Reads for the Weekend: February’s over? Women at War & Queering Black Herstory

So, yeah, we got an extra day. But March still snuck up on me. February was crazy!

Lovely Guest Post from WomenWellLoved: You deserve your love & affection

Planned Parenthood Saved Me (aka, Kiss It, Komen.)

I loved Nippy, crack quotes and all. My love note to Whitney.

Speaking of fantastic women, Rest in peace, Marie Colvin. I read this 2002 Vanity Fair piece about war reporters who happen to be women and it did my heart good. “Boys get fascinated by toys about age two, and that never changes,” Colvin says. “That’s not what I think is important about covering a war. I think the story is the people.”

I haven’t written a lot about the LGBTQ community here yet, but I intend to get there. In the meantime, this was a great piece about whether or not it is a disservice to women in black history to require that they present according to popular standards of gender norms.

In black relationship dynamics, incarceration has been a huge, tragic and ongoing factor. Michelle Alexander, an expert and scholar on The New Jim Crow, writes about the myth of desegregation in America.

Single Lady Quotes: Madonna

“I’m anal retentive. I’m a workaholic. I have insomnia. And I’m a control freak. That’s why I’m not married. Who could stand me?”

““I’ve been popular and unpopular successful and unsuccessful loved and loathed and I know how meaningless it all is. Therefore I feel free to take whatever risks I want.”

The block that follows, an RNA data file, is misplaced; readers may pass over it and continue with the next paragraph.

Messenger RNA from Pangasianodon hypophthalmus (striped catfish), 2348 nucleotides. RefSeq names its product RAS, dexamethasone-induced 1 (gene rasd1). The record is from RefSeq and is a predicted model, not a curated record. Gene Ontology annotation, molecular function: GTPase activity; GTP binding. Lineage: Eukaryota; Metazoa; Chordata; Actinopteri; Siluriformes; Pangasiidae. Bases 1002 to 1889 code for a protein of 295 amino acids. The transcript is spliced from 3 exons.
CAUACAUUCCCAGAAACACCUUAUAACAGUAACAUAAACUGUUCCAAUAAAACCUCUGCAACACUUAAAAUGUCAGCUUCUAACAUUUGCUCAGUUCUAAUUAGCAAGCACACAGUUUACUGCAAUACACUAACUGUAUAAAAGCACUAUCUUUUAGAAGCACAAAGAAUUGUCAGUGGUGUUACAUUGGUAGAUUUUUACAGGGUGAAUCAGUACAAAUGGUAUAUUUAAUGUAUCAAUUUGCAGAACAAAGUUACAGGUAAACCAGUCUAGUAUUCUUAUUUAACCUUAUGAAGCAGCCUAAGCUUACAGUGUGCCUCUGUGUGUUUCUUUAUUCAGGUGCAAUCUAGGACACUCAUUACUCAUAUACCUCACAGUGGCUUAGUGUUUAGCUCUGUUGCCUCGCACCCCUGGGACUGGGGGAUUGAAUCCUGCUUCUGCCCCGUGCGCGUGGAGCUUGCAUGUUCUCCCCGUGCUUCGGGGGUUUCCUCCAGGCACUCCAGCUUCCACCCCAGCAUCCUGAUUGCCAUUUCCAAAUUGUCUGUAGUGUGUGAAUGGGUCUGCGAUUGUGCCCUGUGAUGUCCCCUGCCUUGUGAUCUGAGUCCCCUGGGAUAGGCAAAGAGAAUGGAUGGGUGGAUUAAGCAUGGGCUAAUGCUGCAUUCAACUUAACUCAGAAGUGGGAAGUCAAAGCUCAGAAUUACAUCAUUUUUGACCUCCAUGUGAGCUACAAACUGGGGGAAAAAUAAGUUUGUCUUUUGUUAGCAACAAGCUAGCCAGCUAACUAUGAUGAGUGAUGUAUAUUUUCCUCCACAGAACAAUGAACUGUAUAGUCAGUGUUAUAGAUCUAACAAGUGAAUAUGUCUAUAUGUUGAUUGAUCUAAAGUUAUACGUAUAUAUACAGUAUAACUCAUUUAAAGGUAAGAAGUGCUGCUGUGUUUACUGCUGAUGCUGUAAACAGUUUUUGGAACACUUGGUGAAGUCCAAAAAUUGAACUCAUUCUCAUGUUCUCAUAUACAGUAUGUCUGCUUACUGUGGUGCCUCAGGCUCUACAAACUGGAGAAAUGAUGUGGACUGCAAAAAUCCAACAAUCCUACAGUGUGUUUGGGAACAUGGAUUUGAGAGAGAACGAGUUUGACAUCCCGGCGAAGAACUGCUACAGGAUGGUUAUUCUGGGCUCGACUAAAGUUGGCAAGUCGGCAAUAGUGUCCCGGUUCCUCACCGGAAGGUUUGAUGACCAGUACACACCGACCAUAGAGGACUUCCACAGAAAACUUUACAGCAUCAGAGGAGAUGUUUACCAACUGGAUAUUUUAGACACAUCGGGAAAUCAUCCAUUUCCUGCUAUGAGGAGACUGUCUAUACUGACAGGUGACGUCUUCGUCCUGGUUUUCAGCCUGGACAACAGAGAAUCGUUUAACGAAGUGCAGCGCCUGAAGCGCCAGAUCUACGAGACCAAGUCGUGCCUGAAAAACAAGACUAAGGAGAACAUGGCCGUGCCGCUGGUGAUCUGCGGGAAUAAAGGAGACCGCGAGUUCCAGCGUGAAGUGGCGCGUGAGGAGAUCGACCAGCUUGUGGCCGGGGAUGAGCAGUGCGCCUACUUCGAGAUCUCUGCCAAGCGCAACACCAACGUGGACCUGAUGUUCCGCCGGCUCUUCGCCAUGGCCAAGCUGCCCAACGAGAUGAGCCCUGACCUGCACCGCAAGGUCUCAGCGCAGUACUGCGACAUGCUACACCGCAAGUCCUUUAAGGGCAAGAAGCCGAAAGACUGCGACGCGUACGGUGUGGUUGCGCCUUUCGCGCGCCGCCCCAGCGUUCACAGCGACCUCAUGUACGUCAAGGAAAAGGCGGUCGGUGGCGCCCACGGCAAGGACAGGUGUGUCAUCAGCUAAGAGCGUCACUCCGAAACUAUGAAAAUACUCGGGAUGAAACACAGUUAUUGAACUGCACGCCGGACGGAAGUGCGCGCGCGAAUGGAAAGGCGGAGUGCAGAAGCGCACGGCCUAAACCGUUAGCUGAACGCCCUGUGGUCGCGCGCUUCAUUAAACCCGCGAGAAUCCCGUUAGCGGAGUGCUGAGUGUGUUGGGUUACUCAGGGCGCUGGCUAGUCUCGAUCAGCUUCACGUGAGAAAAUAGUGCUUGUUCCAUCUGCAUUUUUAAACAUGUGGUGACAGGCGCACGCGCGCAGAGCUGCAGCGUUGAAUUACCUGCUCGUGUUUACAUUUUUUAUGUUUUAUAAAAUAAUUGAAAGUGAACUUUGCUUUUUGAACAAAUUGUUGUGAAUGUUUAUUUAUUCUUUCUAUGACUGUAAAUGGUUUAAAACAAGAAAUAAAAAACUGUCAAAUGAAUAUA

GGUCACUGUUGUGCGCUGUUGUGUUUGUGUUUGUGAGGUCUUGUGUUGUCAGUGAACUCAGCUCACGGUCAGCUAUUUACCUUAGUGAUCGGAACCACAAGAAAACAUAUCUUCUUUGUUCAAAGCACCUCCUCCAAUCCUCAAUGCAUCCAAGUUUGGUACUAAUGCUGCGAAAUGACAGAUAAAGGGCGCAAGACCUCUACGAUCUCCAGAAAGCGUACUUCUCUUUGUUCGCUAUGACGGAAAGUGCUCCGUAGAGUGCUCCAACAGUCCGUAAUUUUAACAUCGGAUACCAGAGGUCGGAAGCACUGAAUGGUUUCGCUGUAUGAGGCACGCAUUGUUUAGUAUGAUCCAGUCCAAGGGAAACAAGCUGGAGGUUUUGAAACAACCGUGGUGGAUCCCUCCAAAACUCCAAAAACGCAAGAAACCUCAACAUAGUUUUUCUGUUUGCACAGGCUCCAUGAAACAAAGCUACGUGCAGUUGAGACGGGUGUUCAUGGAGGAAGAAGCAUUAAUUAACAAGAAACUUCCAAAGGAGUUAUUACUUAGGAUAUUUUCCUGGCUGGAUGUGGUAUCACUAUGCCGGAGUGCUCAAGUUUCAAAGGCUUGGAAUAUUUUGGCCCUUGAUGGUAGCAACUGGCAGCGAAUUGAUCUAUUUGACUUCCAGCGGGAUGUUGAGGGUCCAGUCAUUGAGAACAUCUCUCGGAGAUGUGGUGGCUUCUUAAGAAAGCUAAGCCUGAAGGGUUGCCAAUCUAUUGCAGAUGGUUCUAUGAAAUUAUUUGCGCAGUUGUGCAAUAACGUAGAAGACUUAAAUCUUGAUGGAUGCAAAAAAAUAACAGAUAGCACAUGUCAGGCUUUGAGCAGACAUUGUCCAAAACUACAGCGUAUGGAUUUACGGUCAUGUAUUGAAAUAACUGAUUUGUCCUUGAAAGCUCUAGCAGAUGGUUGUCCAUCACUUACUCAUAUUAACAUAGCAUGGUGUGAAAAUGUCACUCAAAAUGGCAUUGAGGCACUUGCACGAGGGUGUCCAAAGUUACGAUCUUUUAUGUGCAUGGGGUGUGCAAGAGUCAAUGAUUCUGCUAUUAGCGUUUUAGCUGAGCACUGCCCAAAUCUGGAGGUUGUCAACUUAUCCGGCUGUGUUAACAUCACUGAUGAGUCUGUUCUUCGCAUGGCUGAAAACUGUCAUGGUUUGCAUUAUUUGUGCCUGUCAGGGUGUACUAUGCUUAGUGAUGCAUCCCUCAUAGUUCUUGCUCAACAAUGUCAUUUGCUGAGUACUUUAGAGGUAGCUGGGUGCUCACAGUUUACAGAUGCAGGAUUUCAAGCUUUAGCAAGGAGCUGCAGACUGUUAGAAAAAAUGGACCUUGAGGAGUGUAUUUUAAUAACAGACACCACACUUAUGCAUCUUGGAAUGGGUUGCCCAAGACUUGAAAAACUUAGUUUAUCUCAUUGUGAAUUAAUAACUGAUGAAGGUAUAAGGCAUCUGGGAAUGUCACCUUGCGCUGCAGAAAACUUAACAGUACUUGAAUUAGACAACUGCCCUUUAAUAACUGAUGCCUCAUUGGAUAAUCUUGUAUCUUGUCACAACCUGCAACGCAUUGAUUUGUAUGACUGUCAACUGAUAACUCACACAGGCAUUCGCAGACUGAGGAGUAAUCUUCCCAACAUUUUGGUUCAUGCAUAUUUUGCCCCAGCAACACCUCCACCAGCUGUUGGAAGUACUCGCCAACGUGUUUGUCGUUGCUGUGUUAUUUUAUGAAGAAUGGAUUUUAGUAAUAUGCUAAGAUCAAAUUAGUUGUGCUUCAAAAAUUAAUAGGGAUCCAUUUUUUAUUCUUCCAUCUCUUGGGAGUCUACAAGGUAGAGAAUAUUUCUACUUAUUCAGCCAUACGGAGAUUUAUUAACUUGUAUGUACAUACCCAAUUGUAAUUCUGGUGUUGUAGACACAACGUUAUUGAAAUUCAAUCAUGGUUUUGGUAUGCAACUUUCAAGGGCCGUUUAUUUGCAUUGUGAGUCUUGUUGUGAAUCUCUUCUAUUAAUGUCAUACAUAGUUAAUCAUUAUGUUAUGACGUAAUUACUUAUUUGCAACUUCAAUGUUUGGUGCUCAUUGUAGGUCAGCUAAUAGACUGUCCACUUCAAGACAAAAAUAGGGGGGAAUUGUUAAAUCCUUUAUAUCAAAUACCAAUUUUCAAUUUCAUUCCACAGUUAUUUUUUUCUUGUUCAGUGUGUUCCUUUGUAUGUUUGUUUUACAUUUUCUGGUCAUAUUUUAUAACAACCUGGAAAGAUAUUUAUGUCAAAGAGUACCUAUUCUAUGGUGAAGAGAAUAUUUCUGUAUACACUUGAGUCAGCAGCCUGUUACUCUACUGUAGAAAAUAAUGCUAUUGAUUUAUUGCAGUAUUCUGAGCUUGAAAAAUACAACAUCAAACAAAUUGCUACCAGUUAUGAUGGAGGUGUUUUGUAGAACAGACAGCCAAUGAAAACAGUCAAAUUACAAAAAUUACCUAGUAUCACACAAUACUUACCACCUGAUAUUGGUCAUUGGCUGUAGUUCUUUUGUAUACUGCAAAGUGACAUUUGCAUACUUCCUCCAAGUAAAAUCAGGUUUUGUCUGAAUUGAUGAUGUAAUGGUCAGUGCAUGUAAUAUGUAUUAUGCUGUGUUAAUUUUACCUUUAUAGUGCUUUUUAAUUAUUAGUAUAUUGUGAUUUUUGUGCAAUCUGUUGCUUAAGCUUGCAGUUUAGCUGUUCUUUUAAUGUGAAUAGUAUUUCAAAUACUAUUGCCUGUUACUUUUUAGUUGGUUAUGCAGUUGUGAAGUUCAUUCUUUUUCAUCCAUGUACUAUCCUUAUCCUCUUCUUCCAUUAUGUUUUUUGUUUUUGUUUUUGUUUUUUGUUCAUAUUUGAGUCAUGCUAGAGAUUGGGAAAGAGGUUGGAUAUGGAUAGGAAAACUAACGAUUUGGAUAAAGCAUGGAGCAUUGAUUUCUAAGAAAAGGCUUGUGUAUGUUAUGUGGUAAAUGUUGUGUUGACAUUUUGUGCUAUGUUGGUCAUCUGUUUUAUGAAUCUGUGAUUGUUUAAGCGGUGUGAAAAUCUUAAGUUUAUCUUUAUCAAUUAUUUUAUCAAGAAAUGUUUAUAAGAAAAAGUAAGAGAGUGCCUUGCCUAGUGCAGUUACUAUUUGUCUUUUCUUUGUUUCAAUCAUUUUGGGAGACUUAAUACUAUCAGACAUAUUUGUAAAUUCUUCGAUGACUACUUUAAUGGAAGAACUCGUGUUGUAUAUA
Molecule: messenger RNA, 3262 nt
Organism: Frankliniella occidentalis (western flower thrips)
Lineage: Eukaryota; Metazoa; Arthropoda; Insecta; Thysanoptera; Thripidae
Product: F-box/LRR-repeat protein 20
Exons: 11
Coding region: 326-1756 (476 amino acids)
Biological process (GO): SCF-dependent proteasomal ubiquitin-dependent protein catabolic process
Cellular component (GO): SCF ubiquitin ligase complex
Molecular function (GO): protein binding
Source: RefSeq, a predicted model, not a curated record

“If your joy is derived from what society thinks of you, you’re always going to be disappointed.”

So sayeth Madonna, who I have loved through all of her transformations. Yes, even when she had no business trying to rap.

This is also a plug. I wrote an essay that appears in the new Soft Skull Press anthology, Madonna & Me: Women Writers on the Queen of Pop.  You can follow Laura Barcella, who edited the anthology, on Twitter.  If you get a chance to read it, let me know what you think.  It’s already gotten some good reviews, which is exciting.This one at For Books’ Sake says I have a different opinion of Madonna than bell hooks.  And I didn’t even know that bell hooks had called Madonna a plantation mistress. Guess I’ve got some (more) reading to do.

A love note for Whitney Houston

Dearest Whitney:

When I was little, sometimes people would tell me I looked like you, which to me was better than someone telling me I was a rock star.

I knew all of your notes by heart, even if they were out of my alto range. I practiced, comb in hand, when WBLS played all of your hits. I was in second grade singing the Greatest Love of All with my classmates, which is how I first knew you were a force in the world.

And of course, I Wanna Dance With Somebody, which, when my sisters sang it at karaoke in South Philly just a few months ago, got everybody up to dance. In 2011.